Successful investing demands that investors constantly supply themselves with information. Because the business world is always changing, you can never learn too much. Just look at the newspaper industry. Who could have predicted that the Internet would come along and permanently alter the economics of that entire sector? If you want to be an effective investor, you need to keep up with those twists and turns and never stop educating yourself.

Turn those pages
Thinking independently is the greatest attribute an investor can have. To think independently, you need to expose yourself to a variety of sources. And to do that, you have to read. A lot. The Wall Street Journal is one excellent source that you should read every day. But that just scratches the surface. Fine periodicals such as Barron's, Business Week, The Financial Times, The Economist, and others will further enrich you with their independent perspectives, as will online sources such as Value Line and, of course, The Motley Fool.

After that, the real fun begins: annual reports. There is no substitute for the information you gain from reading them. Not only will they educate you about a particular company, but they'll also give you insight into industries, their managements, and entire perspectives on how various businesses operate.

You'll always have more reading to do than available time, since there are literally thousands of annual reports out there, but full-time investors should make a habit of reading at least a couple of reports a day. Keep it up for a few years, and you'll begin to develop a mental model of businesses and industries.

Must-read annuals
Although spending time with any annual report will yield value, there are a few you must read, without exception. The most obvious one is the Berkshire Hathaway report, written by Warren Buffett himself. Buffett has read thousands of annual reports in his lifetime and knows more about business than just about anyone else does. And given Berkshire's investments in major companies like Coca-Cola (NYSE:KO), Wells Fargo (NYSE:WFC), and ConocoPhillips (NYSE:COP), you get commentary on a bunch of different sectors in a single report.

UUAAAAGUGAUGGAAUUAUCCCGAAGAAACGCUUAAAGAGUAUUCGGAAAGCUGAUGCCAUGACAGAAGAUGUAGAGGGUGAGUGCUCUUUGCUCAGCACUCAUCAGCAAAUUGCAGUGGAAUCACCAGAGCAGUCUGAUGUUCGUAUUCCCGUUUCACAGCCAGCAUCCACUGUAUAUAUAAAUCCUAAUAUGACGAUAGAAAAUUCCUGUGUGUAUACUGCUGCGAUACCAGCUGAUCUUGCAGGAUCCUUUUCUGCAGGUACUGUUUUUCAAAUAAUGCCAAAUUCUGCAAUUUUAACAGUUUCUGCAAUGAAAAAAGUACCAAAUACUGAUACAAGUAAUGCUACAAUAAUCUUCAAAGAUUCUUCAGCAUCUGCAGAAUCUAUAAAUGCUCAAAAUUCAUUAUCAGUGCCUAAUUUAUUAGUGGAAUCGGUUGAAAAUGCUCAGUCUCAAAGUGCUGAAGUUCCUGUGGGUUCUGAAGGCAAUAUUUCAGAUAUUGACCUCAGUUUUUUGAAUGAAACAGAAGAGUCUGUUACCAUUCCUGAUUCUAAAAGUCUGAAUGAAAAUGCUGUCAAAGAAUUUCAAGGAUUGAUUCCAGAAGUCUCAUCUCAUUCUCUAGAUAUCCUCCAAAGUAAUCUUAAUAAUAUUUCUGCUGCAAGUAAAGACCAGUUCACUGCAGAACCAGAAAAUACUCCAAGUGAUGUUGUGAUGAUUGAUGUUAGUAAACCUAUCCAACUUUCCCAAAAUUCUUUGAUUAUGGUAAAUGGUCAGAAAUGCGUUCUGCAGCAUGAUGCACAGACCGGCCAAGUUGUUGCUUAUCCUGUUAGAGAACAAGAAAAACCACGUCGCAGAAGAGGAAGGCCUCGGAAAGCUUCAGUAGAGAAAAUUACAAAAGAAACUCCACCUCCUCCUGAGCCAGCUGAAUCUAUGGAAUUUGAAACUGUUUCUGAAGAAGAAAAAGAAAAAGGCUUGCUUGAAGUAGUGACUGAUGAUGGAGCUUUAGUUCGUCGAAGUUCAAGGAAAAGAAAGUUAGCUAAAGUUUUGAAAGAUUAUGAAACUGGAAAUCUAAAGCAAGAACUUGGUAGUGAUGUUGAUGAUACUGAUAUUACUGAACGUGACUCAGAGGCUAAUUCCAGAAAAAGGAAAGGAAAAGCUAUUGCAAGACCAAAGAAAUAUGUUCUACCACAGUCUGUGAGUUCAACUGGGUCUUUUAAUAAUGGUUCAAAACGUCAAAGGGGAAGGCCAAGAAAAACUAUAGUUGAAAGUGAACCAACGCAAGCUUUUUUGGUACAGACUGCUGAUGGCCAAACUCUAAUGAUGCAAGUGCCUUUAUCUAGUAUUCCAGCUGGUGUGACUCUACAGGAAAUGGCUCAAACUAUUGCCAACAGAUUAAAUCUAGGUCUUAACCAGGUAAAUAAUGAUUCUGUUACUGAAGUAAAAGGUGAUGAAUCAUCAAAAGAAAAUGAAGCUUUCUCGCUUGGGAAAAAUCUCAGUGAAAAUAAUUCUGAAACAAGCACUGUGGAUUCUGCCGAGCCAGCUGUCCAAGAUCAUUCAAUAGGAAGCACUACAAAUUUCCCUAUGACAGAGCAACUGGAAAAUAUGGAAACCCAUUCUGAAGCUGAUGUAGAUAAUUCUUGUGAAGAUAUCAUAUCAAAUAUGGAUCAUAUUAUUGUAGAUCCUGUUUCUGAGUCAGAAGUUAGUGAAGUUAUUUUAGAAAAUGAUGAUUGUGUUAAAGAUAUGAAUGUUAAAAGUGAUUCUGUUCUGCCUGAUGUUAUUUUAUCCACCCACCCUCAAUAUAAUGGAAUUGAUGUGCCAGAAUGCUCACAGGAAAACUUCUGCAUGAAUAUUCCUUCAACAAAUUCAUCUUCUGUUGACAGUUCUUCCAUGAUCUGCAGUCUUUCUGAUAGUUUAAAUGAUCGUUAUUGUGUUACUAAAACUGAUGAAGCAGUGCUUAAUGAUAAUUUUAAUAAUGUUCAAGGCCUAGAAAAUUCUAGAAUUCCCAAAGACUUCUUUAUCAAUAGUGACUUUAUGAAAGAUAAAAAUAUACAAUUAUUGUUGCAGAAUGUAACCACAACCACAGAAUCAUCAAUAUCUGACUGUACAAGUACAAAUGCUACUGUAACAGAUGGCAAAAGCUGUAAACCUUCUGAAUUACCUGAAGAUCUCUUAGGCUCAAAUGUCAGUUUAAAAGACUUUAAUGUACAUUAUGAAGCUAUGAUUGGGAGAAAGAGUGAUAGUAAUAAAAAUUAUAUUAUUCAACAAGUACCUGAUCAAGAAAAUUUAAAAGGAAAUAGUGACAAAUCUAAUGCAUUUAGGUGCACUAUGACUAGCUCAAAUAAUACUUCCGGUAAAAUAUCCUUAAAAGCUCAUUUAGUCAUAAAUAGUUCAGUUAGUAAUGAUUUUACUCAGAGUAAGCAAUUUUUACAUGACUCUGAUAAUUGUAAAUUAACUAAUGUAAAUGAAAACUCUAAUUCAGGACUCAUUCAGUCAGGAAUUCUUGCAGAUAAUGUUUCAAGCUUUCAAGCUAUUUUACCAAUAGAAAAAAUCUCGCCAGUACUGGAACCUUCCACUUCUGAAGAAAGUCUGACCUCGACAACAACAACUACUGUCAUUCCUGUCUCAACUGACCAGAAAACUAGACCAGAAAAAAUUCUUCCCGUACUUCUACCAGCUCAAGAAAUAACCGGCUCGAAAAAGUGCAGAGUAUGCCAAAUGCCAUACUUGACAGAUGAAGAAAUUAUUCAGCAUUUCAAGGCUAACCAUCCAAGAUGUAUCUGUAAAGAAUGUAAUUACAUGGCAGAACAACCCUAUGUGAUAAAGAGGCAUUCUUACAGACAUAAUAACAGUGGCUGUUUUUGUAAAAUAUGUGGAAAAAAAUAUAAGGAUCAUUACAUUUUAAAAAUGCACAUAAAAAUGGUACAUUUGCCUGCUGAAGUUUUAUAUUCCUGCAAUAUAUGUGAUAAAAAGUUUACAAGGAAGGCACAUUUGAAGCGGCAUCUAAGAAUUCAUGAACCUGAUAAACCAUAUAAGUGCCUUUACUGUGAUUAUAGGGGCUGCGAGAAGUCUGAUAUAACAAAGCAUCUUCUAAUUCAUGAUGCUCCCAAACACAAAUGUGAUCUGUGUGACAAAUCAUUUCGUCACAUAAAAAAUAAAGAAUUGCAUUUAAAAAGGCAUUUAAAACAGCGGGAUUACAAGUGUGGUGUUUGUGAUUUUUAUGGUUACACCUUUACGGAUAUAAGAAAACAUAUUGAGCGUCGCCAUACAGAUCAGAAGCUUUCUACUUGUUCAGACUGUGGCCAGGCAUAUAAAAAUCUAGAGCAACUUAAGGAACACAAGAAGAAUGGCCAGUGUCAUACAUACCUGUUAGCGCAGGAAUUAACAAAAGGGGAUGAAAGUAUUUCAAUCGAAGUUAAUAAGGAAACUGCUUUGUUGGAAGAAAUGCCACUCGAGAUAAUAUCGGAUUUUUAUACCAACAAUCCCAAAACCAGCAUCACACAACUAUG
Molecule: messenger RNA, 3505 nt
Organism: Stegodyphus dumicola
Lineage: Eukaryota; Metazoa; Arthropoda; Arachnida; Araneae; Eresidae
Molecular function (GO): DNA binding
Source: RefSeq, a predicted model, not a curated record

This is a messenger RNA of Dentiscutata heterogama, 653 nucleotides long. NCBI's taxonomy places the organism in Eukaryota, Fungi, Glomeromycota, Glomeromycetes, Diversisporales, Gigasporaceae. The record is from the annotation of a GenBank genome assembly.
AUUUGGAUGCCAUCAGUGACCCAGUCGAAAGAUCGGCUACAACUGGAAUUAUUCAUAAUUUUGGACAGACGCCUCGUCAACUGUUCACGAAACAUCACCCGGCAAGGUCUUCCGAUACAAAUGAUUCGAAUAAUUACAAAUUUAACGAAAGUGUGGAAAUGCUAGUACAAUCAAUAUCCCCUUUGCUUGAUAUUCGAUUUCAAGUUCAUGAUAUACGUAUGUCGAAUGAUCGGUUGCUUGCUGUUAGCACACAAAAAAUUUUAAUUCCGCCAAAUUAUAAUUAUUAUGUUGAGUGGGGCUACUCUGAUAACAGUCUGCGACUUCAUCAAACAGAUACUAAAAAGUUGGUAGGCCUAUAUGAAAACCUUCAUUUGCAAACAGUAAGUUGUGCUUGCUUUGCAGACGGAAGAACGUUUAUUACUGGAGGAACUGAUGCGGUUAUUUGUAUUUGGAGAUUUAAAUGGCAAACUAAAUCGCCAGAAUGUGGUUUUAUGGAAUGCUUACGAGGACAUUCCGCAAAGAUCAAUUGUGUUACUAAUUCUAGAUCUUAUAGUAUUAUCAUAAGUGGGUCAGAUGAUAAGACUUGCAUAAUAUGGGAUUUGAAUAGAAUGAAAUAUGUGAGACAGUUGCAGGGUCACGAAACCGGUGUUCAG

Equally important, I think, is the annual report from Wal-Mart (NYSE:WMT), the world's dominant retailer. The company logged more than $400 billion in sales in fiscal 2009, and it has more than $30 billion of inventory in everyday household products alone. Just by looking at Wal-Mart's report, you can spot some consumer-spending trends that can serve as a microcosm of the entire economy. After all, Wal-Mart literally sells more products than many small nations do.

Also on the must-read list is General Electric's (NYSE:GE) annual report. GE is involved in a wide array of industries that exert a significant influence on various other industries all over the world. And given its financial challenges recently, it can also give you a glimpse onto the front lines of the credit crunch.

Finally, make sure you get a good sampling of other major global companies, such as ArcelorMittal (NYSE:MT), and Cemex (NYSE:CX). Besides teaching you a little bit about steel, and cement, these companies' annual reports will provide a rich source of industry data and global economic statistics.

Always be prepared
The Internet reshaped the newspaper industry, but it has also helped reduce the time required to access information. However, you still have to apply the effort to dig in and learn. There are no shortcuts. The bright side is that the payoff from all this work is enormous.

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Cemex is a Motley Fool Global Gains recommendation. Coca-Cola is a Motley Fool Income Investor selection. Berkshire Hathaway, Coca-Cola, and Wal-Mart are Motley Fool Inside Value recommendations. Berkshire Hathaway and Cemex are Motley Fool Stock Advisor recommendations. The Fool owns shares of Berkshire Hathaway and Cemex. Try any of our Foolish newsletters today, free for 30 days.

This article, written by Sham Gad, was originally published on Jan. 31, 2008. It has been updated by Dan Caplinger, who owns shares of Berkshire Hathaway, General Electric, and ArcelorMittal. The Fool has an intelligent disclosure policy.